The smell of coffee drifted through the cold Alaskan air to my nostrils and served as my alarm clock. I knew that it was early, and my body protested, but I sat up in my tent and began getting ready because today there was no time to fool around.
I was going fishing.
It was around 9:30 a.m. by the time we had gathered our gear and got our boat in the water. The boat was a light, floating platform with two inflatable pontoons. We could row or use the small 15-horsepower outboard motor. Our boat supported three people and turned out to be very stable in some of the choppy water.
Skip, our local friend and guide — and the most experienced on the river — gave the float trip its official start by planting a skull and crossbones Jolly Roger flag on the highest part of the boat. The flag let the lightweights out there know that we meant business today. We were to be feared on the river. Feared because we were all three prior military veterans. Feared because we were armed to the teeth with gear to make war with fish. Feared because this was my first fly fishing trip with a real fly rod. Nothing like a newbie whipping a hook around madly at the end of 20-foot-long line. That alone should have been enough to clear the river!
The water was ice cold, and the current was strong. Luckily, I was loaned some good waders and rubber boots, otherwise a slip on a slick rock would have put me into the freezing water and may have ended the trip quickly. The sun was bright and the sky crystal blue, but a dousing with the ice water would have still brought on the chills and most likely hypothermia with the wind blowing like it was.
We floated down the river, past all the “combat fishermen” that line up on the banks with no boat, almost arm to arm, and cast into the water competitively. We were in much better shape and zipped past them to gorgeous, untapped fishing spots where sometimes we were the only humans.
We pulled into one deep fishing hole near some rock walls and found a lot of big salmon. They were jumping out of the water almost within arm’s reach of the boat. In the same spot, we watched as a young bald eagle — which are very ugly by the way until they get their plumage — flew right over our heads and tried to catch a fish in the water. His talons splashed in the water and came up empty handed, so he did a circle and landed on a nearby log to watch for more opportunities. He was only 50 meters away or less; that was the closest I have ever been to an eagle in the wild. Many more adult eagles soared over our heads that day; they are the most beautiful and serious birds that I have ever seen.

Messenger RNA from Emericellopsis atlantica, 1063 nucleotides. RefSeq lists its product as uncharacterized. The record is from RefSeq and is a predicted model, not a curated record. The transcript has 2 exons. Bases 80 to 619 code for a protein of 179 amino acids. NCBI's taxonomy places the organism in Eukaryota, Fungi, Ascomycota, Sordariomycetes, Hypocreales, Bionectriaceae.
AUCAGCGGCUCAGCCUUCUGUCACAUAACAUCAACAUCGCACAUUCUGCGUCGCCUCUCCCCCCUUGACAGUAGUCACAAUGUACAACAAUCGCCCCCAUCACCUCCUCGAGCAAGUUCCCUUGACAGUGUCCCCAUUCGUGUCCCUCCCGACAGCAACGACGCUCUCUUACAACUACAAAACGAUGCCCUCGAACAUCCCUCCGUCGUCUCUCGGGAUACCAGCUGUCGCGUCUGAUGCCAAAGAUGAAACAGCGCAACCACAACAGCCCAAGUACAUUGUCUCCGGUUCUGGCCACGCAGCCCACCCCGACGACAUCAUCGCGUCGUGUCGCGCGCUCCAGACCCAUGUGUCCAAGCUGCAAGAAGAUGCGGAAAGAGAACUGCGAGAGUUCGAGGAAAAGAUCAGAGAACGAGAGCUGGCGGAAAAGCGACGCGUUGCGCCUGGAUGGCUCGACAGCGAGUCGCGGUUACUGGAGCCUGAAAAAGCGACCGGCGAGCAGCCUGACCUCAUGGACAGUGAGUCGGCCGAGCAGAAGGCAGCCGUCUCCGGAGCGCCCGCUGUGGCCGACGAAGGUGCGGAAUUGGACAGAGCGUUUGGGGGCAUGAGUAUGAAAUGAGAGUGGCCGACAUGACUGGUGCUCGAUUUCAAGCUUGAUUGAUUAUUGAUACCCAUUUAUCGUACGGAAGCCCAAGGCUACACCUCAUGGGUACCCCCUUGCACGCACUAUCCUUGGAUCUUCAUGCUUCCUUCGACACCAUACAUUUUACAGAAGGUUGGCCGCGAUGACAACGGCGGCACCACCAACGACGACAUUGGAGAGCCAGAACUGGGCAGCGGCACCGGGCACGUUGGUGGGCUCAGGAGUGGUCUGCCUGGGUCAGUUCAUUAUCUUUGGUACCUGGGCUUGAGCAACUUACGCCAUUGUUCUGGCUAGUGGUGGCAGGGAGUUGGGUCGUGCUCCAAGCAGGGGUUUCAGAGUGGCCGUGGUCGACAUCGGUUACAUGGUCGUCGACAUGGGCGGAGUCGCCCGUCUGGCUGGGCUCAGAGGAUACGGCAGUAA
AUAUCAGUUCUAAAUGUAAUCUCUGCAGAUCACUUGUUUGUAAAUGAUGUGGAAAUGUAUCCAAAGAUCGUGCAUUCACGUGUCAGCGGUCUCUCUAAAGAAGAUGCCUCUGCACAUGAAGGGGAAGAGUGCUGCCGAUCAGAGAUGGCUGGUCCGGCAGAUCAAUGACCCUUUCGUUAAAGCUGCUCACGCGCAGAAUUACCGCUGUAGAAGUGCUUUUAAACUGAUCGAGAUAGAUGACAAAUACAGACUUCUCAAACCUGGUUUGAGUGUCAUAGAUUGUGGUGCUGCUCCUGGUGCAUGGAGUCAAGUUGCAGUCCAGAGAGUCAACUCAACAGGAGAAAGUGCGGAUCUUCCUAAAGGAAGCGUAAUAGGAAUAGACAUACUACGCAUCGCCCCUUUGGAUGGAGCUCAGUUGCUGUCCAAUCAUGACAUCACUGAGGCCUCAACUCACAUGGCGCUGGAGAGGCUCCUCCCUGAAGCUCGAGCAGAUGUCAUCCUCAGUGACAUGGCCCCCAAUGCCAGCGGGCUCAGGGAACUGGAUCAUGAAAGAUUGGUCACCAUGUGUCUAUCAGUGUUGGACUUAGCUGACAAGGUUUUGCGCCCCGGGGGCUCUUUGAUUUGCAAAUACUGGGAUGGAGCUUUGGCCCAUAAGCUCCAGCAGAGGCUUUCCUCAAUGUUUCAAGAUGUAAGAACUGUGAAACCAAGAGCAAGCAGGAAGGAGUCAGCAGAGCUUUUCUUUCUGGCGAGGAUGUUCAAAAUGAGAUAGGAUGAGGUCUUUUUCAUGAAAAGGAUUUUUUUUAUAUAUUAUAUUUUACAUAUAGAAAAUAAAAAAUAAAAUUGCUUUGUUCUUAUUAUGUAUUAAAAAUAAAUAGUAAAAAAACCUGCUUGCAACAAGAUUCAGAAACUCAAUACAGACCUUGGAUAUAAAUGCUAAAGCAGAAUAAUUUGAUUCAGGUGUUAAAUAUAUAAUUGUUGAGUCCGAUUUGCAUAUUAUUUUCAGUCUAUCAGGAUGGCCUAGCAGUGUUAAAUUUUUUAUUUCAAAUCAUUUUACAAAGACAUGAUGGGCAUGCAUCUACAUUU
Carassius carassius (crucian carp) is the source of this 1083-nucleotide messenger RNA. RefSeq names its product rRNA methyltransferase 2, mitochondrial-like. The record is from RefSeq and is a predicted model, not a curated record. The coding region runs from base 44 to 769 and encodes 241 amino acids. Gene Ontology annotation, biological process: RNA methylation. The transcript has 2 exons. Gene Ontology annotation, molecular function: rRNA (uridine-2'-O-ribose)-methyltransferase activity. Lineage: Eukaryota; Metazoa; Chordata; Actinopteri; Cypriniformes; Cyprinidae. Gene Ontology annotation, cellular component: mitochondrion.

I lucked out, and with much fanfare, caught the largest fish of the day.
With a lot of help from Skip and David, I landed an incredible 22″ 4.5-pound rainbow trout that gave me one hell of a fight for 15 minutes. It was a gorgeous color and a very strong fish, the toughest I have ever fought. We took pictures, shook hands, gave high fives, and got him back into the icy water quick. He swam off in a hurry to warn his friends, no doubt. That was the largest fish I have caught in a long time, and definitely the largest trout I have ever caught. Gotta love newbie luck!
After a quick lunch on the bank of the river, Skip navigated us through some rapids through a canyon. I had the front seat on the boat and cold, white sprays of water in my face reminded me that this was Alaska and not Kentucky.
The river dropped us off into a seemingly unreal, dream-like setting. It looked like the stereotype of Alaska that you would see in a tourist brochure. The mouth of the river ended in a huge, clear lake surrounded by snow-capped mountains. You could even see the perfect reflections of the mountains in the water. There were no other humans around except for two fishermen who had landed on the lake in a small float-plane. I have never been anywhere so natural and secluded in my life. We fired up the 15-horsepower Evinrude motor on the boat and buzzed across the lake for over an hour to our pickup point at a campground on the upper part of the lake.
During the one-hour journey, we never saw another boat, human, or structure on the shore. It was pure, untouched wilderness, and despite being exhausted, I drank in every minute and every mile of it with my eyes. I searched the banks for bear, moose, and other wildlife, but had no luck. No matter how hard I tried, I couldn’t wipe the smile off my face when we landed.
I’ll never forget that trip across the lake. Or the trout. Wow!
Greg is a full-time vagabonding writer and adventurer who escaped the corporate world. Now he helps others begin a life of travel.